upon him by statute, which can aJso regulate, his fees for the particular service required. When section 5541 authorized the district court for the Southern district to order the sentences to be executed in any penitentiary within the state of New York, the statute implied that the district court had the power to direct an officer to execute the order, and the only officer whom it could direct was the marshal for its own district. The fee bill expressly authorizes the payment of mileage for the services incident to such transportation, unless the case is within the terms of the exception. This exce'ption refers to cases which arise under section 5546, as amended by the act of July 12, 1876, and which, in substance, authorizes the attorney general, when there is no suitable or available penitentiary within a district, to designate the penitentiaries outside of the district in which criminals sentenced by the courts of the United States shall be confined. The services now in question were performed in the execution of which were ordered under the provisions of section 5541, and not of section 5546. The judg. ment of the circuit court is reversed, with the costs of this court, and the cause is remanded to that court, with instructions to enter a new judgment, with costs of that court, for the complainant, in conformity with this opinion.
UNITED STATES v. ONE HUNDRED AND THIRTY-TWO PACKAGES OF SPIRITUOUS LIQUORS et al. (District Court, E. D. MissoUri, E. D.
REMOVING LIQUORS UNDER FALSE BRANDS-REV.
February 12. 1895.)
ST. 3449. A compounder or rectifier of liquors, who labels his products as those of a well-known distiller and rectifier, and attempts to place them on the market under such brands, removing them for that purpose from his warehouse to another place, does not thereby subject his liquors to forfeiture and himself to fine, under Rev. St. § 3449, which provides that, whenever any person ships or removes any liquors under any other than the proper name or brand, known to the trade as designating the kind lind quality of the contents of the package, he shall forfeit the liquors. and be subject to fine.
William H. Clopton, U. S. Atty. Chester H. Krum, for claimants. PRIEST, District Judge. This is a proceeding to condemn 132 packages of various kinds of spirituous liquors and wines, under the provisions of section 3449, Rev. St. U. So The general averment of the information is that the Western Distilling Company did "unlawfully transport and remove, and cause to be transported and removed, said packages of spirituous liquors and wines from the building numbered 201 North Main street, in said city [St. LOUis], to the building numbered 407 South Main street, in said city, under the names and brands other than the proper names and brands known to the trade as designating the kind and quality of the contents of said packages containing the same; that is to say, fifteen of said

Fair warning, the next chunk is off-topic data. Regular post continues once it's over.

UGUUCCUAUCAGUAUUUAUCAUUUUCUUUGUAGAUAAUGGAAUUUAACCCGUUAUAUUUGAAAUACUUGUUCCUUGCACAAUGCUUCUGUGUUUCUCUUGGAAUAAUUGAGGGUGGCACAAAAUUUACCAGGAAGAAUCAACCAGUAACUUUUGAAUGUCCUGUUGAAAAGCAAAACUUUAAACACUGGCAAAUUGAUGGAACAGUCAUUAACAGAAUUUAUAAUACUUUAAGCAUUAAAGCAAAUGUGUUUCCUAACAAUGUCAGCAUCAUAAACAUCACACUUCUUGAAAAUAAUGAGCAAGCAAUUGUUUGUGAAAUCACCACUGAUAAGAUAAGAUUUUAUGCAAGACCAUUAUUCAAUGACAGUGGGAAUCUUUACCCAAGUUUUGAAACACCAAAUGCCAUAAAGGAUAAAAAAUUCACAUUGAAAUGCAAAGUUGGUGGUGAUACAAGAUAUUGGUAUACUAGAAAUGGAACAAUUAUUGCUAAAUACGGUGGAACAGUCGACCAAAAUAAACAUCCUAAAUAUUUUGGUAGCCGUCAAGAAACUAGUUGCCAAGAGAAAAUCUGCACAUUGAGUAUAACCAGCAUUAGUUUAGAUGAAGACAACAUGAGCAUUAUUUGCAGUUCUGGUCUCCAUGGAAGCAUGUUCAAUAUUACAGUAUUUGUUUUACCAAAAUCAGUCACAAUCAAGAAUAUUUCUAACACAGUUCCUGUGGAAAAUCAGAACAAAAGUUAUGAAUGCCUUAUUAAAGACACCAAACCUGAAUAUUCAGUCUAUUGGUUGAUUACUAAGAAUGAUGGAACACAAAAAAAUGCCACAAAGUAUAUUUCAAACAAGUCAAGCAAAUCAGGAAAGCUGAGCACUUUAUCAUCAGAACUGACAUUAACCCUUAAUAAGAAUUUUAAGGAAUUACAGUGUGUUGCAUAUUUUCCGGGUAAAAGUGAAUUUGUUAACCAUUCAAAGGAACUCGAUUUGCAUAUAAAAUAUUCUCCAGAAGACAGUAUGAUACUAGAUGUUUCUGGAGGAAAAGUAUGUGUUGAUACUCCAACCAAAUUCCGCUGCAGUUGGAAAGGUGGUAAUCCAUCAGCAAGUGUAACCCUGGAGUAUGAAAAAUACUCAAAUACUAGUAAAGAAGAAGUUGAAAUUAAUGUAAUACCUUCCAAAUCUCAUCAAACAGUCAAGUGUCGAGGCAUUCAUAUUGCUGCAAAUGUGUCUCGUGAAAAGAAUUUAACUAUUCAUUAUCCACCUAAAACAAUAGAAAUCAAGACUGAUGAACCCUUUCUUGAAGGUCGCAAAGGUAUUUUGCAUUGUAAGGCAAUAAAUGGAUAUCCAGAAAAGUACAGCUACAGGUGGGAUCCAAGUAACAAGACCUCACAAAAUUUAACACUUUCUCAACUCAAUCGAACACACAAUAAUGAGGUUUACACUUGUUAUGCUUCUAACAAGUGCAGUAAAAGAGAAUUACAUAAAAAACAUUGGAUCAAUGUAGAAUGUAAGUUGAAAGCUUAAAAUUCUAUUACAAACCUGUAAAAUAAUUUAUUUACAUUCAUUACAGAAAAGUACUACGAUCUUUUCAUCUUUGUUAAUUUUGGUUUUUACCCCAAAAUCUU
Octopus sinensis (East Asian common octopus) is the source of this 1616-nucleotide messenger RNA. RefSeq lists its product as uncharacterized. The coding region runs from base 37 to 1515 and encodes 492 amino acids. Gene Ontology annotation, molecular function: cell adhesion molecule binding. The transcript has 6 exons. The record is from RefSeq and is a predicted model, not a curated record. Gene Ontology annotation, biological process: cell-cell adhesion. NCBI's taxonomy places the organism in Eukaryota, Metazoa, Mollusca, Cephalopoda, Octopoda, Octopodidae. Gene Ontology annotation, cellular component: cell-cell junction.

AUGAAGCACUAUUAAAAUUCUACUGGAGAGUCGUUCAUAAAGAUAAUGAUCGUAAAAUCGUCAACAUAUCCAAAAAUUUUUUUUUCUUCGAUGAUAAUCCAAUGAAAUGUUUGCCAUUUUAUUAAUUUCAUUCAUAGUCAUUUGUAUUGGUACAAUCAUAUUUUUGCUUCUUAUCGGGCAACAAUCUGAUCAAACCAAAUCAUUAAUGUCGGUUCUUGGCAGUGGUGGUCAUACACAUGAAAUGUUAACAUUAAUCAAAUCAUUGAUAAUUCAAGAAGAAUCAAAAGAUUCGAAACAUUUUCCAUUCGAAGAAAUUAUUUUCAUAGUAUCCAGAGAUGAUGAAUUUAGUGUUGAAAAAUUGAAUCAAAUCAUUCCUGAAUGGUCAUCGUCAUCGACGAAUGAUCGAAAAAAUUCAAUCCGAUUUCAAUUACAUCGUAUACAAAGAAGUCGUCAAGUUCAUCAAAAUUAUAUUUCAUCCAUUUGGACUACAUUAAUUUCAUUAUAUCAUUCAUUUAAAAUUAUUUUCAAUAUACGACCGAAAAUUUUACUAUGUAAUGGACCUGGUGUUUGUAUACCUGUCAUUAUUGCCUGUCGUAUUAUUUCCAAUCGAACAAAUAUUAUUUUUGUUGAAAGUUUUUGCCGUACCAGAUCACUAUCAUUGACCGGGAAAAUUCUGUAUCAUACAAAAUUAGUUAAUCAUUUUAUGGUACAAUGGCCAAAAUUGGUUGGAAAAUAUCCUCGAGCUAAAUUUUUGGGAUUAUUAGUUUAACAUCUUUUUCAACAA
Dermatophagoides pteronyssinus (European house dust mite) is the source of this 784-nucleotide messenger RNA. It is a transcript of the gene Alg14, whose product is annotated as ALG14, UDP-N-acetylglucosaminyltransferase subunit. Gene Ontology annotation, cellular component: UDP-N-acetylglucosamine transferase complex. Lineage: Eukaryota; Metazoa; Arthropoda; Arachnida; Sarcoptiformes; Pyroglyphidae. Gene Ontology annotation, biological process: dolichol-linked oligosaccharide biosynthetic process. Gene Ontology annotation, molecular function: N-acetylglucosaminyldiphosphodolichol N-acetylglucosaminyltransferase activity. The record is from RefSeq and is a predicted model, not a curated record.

UNITED STATES V.
PACKAGES OF SPIRITUOUS LIQUORS.
packages were wrongfully and unlawfully marked and branded as containing 'J. & F. Martel.Cognac,' that being a name and brand known to the trade as designating a certain kind and quality of spirituous liquors and brandy, when in fact none of said packages contained any J. & F. Martel Cognac, but contained a spurious imitation therof." The information then alleges that 39 of said packages were marked "Booth & Company, London Superior Old 'I.'om Gin"; whereas none of them contained any of that make of gin, but a spurious imitation thereof. These are sufficient to illustrate the theor:r of the information, the cha.rge with respect to the other of the 132 packages being of the same tenor. The evidence tends to prove that the packages proceeded against are bottles of liquor put up in cases, and in that form sold and shipped to the retail dealers. It appears that J. & F. Martel Cognac is a foreign brandy, made by J. & F. Martel, and is among dealers regarded as a superior quality of brandy. The like observation may be made of Booth & Co.'s London Superior Old Tom Gin. Th.e evidence shows that the liquors proceeded against bore the imitation brands or labels of "J. & F. Martel Cognac," and "Booth & Company, London Old Tom Gin," respectively, and were inferior in quality of excellence to that of the foreign makers, and were compounded at the rectifying house of the Western Distilling Compan.y, at 201 North Main street, and, after being cased, were drayed from there to the depot of the St. Louis Drayage Company, for the purpose of being shipped thence to purchasers. 'fhe naked question presented in this case is whether when a compounder or rectifier labels his product as that of a well-known distiller or rectifier, and attempts to place them under such brands upon the market, he subjects his liquors to forfeiture, and himself to fine, under the provisions of section 3449, Rev. St. U. S. The government urges an affirmative answer to this proposition, and justifies this insistence by reference to the very comprehensive language of the section. The section reads as follows:
"Whenever any person ships, transports, or removes any spirituous or fermented liquors or wines, under any other than the proper name or brand known to the trade as designating the kind and quallty of the contents of the easks or packages containing the same, or causes such act to be done, he shall forfeit said liquors or Wines, and casks or packages, and be subject to pay a fine of five hundred dollars."